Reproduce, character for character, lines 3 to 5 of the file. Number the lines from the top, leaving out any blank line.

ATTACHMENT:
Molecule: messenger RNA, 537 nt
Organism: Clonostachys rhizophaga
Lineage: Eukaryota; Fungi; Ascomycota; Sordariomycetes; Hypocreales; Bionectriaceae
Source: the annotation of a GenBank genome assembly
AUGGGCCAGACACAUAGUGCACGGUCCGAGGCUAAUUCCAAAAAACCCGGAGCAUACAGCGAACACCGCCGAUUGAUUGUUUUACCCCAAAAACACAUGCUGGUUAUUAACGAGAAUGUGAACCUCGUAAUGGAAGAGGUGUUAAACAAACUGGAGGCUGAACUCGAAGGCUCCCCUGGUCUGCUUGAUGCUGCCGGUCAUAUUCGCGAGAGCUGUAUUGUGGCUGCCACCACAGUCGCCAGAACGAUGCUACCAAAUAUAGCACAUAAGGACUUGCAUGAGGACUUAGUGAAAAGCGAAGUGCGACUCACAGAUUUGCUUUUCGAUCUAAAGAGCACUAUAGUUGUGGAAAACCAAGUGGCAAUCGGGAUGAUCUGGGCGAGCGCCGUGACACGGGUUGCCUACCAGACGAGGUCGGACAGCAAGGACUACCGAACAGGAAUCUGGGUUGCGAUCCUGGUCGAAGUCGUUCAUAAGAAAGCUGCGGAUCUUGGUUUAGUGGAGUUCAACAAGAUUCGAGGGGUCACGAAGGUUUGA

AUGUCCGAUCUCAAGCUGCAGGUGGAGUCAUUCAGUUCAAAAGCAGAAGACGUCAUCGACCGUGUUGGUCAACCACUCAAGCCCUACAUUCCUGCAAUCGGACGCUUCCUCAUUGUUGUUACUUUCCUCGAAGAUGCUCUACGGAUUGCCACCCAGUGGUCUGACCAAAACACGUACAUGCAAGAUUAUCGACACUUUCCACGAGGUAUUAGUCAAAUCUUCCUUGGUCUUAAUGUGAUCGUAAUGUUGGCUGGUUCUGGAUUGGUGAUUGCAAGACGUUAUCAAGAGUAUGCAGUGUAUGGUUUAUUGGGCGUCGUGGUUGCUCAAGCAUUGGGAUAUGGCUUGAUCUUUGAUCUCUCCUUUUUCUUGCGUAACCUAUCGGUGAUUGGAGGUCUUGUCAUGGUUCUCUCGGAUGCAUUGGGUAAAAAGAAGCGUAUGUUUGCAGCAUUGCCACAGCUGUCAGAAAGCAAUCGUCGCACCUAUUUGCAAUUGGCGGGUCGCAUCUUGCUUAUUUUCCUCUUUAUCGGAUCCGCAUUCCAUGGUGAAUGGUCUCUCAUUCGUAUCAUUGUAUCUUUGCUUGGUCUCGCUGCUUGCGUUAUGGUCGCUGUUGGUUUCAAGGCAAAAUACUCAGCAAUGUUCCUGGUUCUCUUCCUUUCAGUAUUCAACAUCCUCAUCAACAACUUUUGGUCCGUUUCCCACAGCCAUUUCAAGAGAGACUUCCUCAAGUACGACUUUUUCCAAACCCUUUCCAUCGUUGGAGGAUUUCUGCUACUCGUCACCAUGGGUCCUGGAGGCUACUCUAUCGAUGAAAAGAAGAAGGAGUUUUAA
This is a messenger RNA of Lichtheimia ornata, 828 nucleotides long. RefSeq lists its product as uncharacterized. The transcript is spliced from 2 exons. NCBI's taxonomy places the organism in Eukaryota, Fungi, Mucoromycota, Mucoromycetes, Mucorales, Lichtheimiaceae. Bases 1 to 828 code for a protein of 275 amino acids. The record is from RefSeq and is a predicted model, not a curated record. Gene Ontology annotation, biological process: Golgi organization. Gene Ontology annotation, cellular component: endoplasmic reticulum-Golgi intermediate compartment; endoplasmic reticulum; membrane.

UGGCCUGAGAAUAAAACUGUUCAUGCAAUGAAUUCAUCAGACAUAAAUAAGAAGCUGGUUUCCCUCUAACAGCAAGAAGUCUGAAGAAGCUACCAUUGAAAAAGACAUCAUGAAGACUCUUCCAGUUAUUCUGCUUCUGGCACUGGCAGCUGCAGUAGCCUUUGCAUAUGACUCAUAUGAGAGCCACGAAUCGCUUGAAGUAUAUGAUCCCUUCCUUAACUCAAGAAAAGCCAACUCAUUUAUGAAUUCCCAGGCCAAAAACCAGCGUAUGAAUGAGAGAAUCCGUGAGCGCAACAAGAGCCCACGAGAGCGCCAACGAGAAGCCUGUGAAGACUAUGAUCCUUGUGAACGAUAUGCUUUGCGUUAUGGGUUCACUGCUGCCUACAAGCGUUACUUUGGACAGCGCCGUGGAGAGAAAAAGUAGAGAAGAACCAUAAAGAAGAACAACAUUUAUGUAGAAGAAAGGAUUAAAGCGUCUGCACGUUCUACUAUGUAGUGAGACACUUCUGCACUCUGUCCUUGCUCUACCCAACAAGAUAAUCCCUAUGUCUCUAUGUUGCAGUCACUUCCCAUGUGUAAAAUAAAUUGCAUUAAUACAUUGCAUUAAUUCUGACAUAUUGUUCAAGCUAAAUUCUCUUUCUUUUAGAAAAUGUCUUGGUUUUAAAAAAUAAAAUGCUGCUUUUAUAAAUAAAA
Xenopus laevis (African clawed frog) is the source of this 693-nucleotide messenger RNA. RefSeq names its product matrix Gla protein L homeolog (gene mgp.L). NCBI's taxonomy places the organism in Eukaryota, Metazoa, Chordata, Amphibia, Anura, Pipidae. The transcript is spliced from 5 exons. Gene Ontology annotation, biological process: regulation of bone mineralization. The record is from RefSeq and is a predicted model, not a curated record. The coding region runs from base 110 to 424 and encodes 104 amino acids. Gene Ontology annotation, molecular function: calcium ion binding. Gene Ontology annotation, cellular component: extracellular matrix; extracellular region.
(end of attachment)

Lineage: Eukaryota; Fungi; Ascomycota; Sordariomycetes; Hypocreales; Bionectriaceae
Source: the annotation of a GenBank genome assembly
AUGGGCCAGACACAUAGUGCACGGUCCGAGGCUAAUUCCAAAAAACCCGGAGCAUACAGCGAACACCGCCGAUUGAUUGUUUUACCCCAAAAACACAUGCUGGUUAUUAACGAGAAUGUGAACCUCGUAAUGGAAGAGGUGUUAAACAAACUGGAGGCUGAACUCGAAGGCUCCCCUGGUCUGCUUGAUGCUGCCGGUCAUAUUCGCGAGAGCUGUAUUGUGGCUGCCACCACAGUCGCCAGAACGAUGCUACCAAAUAUAGCACAUAAGGACUUGCAUGAGGACUUAGUGAAAAGCGAAGUGCGACUCACAGAUUUGCUUUUCGAUCUAAAGAGCACUAUAGUUGUGGAAAACCAAGUGGCAAUCGGGAUGAUCUGGGCGAGCGCCGUGACACGGGUUGCCUACCAGACGAGGUCGGACAGCAAGGACUACCGAACAGGAAUCUGGGUUGCGAUCCUGGUCGAAGUCGUUCAUAAGAAAGCUGCGGAUCUUGGUUUAGUGGAGUUCAACAAGAUUCGAGGGGUCACGAAGGUUUGA